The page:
I'd be very grateful to be told....even if the truth hurts. Thanks.
Because of my current 'work' as an occasional writer of eulogies, I am in the mood for finding inspiring words suitable for funerals. Today, over lunch time, reading an autobiography ("Public Life, Private Grief" by Mary Delahunty) I was impressed by her comment on the burden of grief.
Mary writes: "The burden of grief is to move the loved one from an absent presence to a sacred place in the memory; from the missing to the remembered."
What a lovely way to express it.
I have greatly enjoyed reading Mary's book and will keep it for a while before taking it to the local book shop - which is what I usually do with books that I have read. I take books there and choose others to take home. It's more of a book exchange, really. The cost is minimal and, if you are like me and read a lot, it is an invaluable source of good reading material. If not for this book shop, my house would be drowning in books!
Talking of houses...no one has made us an offer this week. Will we ever sell?
I love writing eulogies. Spent an hour or so yesterday with a woman whose mother had died. I was to write the eulogy. Although I enjoy writing these mini-biographies, they can sometimes be difficult. It seems that the more interesting a life has been the more difficult it is to write a eulogy. It gives me what I call "brain strain". While attempting to give a true-to-life glimpse of the person's time here on earth, I am terribly aware that I must get it right; that the facts are true facts and the stories offer the right perspective of the person's life. This lady was a teacher, a sportswoman, a mother and grandmother and a spinner and weaver, amongst many other occupations. She led an extremely interesting life, though was not always very happy. The task before me is to write truthfully about her without glossing over the sad facts or the hard times, but without really dwelling on negative aspects. I must be aware that (for instance) the people who attend her funeral because they knew her as a teacher and, incidentally, when she was at her happiest, are not informed about facts that have no bearing on those days and those memories. But, on the other hand, I do not wish to convey that (for instance) she had a "marriage made in Heaven", as she certainly did not. So, there is a fine line I must tread.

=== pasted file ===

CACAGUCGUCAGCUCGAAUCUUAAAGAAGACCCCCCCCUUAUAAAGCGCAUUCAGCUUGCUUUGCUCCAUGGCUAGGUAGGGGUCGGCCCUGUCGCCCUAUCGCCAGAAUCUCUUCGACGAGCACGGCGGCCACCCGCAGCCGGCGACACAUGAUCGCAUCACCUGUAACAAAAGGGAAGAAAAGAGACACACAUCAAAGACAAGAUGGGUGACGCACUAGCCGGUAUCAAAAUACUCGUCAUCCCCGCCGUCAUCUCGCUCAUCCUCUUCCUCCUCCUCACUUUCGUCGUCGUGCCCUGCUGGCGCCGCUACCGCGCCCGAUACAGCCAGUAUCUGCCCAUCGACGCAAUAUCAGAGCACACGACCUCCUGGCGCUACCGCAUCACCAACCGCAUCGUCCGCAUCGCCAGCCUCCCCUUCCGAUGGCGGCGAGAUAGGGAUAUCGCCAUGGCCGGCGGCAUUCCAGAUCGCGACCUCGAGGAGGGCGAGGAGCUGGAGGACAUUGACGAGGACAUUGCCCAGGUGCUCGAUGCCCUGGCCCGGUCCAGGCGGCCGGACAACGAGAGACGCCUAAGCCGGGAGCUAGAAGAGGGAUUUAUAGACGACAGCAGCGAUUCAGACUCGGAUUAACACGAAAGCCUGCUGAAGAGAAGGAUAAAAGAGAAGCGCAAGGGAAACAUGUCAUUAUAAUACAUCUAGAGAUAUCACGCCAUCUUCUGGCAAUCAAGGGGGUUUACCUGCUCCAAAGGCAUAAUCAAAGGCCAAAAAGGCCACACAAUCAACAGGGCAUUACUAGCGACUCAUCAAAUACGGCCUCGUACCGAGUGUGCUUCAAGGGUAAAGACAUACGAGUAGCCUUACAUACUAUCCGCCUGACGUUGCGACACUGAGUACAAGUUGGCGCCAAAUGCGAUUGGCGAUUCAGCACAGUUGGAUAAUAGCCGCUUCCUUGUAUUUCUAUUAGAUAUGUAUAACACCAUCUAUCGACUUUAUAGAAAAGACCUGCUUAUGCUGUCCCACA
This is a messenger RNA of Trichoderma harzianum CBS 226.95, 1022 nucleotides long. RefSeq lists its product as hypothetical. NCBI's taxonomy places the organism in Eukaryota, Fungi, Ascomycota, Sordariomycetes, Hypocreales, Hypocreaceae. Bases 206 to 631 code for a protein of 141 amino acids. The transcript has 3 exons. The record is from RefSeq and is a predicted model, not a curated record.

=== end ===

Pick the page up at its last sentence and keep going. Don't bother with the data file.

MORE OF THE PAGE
Nevertheless I have enjoyed writing this eulogy and I hope that all who listen to it will be happy with the words, in that I will have conveyed facts and feelings about a life 'well-lived' and that I will also have done credit to this somewhat courageous lady.
So, what to talk about today? No house buyers. No news.
Am still eating chocolate and drinking red wine, though not exclusively.
Have entered more "stuff" on eBay. Placed an Irish linen tea towel on for $4.20 and had someone almost immediately email with an offer to buy it now - not bid - and asking how much I would like. I emailed back to say that I do not sell "out of eBay". Had a small antique tin up for auction a couple of weeks ago. Put the price at $19. A person emailed offering me $200 if I took it off eBay and sold it to him. I gambled and left it up for auction and received $304 for it a few days later. So, suffice to say, I have learnt not to "give things away". Looks like my tea towel may be "worth" more that the $4.20 I named as a starting price. I'll let you know.
Following on from yesterday's "advice", I have so far partaken of some green tea and chocolate; an apple sits on the bench waiting for me to cut and eat it.
Along with my dinner, I will soon have a glass of red wine. What have I forgotten?
Oh, yes, I have done a 30 minute mathematical equation work-out on The Khan Academy web site and am beginning to get the idea of Algebra...or, rather, retrieve some of its idiosyncracies that have lurked (idle) in the recesses of my brain for decades.
Is that enough to ward off dementia?